Stan: I agree with you on the semiconductors and it emphasizes what you said earlier about these sort of “now” policies. Even if they worked and I could make an argument that they won’t work because if you disrupt the supply chain, everything is going to blow up. What you have done is absolutely put in force the creation of the Chinese semiconductor industry that didn’t need to happen in the time frame it is going to happen. I think there has been enough frustration with the Chinese that the Europeans could look at this and be right back there with us as allies again. But you are right, there are a lot of other things that are set in force that we are not going back to. I think you can make a good argument that some of the aspects of the China dispute are a fight worth fighting; you could also make an argument that they are not. But they are not a fight worth fighting without Europe and Canada and all these allies we’ve had… If you want to take on China, and fair people can debate on whether that should be done… but if you want to take on China, you can do it with a united front. You don’t do it by alienating all of your partners as the process gets underway.
Kiril: Especially when the U.S. is a net debtor to the tune of $8 trillion. Is running fiscal deficits that are close to what they were running in 2009… Stan jumps in: At full employment. If we are in a recession, that thing can go to $2 trillion in a heartbeat. That’s when deficits explode (sorry to interrupt Stan says). I think we are rolling over something like $10 trillion in nominal and new debt each year. We sold $130 billion in new debt in July, which is a record. And so the holders of our debt are the very people we are having a trade war with. Seems a little ironic to me.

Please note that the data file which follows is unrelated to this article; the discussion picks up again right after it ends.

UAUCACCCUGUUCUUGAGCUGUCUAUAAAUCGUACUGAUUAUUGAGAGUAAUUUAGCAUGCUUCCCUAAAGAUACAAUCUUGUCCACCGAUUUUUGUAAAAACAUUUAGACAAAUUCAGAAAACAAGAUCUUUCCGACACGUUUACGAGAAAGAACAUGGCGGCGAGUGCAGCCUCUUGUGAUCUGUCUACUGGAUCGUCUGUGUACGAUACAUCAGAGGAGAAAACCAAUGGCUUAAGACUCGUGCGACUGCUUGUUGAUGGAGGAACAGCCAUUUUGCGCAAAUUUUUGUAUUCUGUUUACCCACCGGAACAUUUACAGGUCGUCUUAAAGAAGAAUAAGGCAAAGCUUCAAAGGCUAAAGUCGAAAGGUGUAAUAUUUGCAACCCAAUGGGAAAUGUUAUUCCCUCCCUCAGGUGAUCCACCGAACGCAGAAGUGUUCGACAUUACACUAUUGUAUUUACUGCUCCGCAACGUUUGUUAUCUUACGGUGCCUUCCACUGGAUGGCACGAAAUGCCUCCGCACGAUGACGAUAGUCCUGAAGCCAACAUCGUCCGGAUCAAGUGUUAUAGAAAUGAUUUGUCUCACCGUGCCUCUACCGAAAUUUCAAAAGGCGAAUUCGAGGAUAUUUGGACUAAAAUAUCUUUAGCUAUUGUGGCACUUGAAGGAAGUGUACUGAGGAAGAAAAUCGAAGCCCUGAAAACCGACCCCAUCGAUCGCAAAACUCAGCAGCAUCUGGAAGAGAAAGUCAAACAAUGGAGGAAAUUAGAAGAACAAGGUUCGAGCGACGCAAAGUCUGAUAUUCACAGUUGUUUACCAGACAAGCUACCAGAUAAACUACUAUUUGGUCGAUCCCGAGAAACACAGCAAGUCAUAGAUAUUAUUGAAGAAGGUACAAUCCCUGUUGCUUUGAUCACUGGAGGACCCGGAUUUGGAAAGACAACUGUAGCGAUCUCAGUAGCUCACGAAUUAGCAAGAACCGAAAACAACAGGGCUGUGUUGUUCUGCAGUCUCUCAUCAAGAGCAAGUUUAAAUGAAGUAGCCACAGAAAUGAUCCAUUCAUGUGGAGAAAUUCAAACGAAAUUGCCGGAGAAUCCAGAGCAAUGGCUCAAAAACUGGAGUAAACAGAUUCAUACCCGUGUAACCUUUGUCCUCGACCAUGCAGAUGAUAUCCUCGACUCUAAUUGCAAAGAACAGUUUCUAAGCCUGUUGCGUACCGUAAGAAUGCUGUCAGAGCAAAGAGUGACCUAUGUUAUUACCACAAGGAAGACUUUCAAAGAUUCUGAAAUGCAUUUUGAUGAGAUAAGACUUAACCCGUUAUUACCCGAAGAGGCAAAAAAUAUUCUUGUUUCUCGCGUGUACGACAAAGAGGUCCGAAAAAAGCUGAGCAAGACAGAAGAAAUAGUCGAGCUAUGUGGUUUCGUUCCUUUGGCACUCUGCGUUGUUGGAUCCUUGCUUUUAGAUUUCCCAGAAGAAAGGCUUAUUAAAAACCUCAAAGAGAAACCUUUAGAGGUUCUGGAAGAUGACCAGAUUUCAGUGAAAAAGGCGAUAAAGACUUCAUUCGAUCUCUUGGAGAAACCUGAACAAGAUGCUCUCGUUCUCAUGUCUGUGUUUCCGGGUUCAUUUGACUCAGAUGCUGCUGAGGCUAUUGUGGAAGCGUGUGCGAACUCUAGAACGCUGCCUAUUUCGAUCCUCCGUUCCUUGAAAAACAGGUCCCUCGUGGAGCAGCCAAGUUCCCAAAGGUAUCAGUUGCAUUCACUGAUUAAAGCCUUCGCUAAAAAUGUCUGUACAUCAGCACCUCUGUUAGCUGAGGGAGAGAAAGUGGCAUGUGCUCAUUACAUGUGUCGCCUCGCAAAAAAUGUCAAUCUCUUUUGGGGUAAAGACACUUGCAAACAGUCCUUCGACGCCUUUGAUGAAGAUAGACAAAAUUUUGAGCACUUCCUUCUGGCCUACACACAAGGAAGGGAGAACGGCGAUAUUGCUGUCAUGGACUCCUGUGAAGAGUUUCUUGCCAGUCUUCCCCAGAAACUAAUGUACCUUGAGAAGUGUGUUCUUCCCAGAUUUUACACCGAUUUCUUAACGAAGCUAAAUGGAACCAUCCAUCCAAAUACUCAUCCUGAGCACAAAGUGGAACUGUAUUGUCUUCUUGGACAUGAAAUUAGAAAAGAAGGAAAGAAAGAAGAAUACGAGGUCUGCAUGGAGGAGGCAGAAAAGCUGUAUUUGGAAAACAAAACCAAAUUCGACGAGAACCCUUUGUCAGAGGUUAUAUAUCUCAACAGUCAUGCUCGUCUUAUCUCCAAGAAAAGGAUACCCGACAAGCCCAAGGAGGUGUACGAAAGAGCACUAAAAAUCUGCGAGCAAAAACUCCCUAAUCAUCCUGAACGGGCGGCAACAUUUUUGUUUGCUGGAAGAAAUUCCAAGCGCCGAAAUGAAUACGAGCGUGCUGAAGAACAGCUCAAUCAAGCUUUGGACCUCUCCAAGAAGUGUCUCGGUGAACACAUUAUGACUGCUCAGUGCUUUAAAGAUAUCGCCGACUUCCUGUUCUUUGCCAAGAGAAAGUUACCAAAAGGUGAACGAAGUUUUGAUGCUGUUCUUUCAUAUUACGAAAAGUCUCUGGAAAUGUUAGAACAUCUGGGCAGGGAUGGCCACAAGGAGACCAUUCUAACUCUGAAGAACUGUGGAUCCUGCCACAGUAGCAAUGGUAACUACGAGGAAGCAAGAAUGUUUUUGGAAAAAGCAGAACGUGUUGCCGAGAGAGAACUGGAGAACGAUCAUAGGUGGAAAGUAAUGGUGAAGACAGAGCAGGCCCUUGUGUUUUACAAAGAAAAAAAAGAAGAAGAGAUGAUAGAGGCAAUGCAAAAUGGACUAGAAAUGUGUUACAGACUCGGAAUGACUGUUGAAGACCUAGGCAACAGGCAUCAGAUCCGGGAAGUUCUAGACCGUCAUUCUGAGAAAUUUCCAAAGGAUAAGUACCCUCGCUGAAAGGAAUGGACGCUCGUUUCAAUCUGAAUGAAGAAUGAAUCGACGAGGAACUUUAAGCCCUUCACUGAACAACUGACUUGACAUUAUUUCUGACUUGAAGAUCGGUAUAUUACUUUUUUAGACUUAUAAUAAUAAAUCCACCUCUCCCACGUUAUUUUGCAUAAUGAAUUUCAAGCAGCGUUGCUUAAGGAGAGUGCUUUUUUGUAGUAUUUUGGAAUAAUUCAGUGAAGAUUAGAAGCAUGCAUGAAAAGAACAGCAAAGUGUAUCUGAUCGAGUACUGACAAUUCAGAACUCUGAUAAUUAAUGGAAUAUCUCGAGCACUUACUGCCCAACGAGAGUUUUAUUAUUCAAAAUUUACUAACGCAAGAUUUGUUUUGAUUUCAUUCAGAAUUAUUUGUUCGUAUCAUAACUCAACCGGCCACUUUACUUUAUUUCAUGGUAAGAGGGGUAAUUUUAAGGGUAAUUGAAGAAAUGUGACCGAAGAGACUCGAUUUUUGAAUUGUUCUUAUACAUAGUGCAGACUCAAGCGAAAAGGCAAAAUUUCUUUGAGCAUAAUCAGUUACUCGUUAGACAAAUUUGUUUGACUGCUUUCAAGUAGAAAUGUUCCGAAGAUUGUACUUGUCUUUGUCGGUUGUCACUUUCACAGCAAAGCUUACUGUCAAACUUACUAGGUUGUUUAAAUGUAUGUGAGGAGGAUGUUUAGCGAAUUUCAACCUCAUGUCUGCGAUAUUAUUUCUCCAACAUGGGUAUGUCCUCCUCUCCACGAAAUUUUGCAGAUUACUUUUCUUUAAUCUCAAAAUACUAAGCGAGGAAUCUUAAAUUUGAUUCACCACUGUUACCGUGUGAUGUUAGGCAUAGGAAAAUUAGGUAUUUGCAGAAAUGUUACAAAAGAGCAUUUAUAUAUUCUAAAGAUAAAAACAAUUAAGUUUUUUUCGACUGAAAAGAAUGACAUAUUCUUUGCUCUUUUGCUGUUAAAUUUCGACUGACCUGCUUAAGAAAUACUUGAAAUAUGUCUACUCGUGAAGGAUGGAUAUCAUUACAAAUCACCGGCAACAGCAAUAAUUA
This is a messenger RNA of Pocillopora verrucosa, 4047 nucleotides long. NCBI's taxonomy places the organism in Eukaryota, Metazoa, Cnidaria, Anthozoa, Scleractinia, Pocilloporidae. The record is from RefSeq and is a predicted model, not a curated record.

Stan: It is what it is.
The interview concludes with Kiril asking Stan about him and his wife’s charitable interests. When I wrote the above, it required me to watch and replay the interview a number of times. I shared what I personally felt were the most important parts. I hope you got as much out of the interview as I did.
Watch Credit Conditions and High Yield Bond Market Signals
In my nearly 28 years of trading high yield bond instruments, it is the credit markets that signal first. Let’s keep a close eye on credit conditions. When funding disappears, we’ll quickly learn who the zombie companies are… it will be difficult for them to refinance. Defaults will follow. Two important charts follow, the first looks at credit conditions and the second the trend in the high yield space.
Here is how you read the chart:
- Pay attention to the bottom section. It plots NDR’s Credit Conditions Index, which is a composite of many different types of indicators, ranging from valuation, to debt service, to balance sheet capacity, to the willingness of banks to lend.
- The yellow circles highlight when the index dropped below a reading of 50.
- Note how that occurred just prior to the last three recessions (grey vertical shaded areas).
- Note the red “We are here” arrow.
- Bottom line: Credit conditions remain favorable today.
High yield market via PIMCO HY Bond Fund
Here is how to read the chart:
- Plotted is the total return price line of the PIMCO High Yield Bond mutual fund.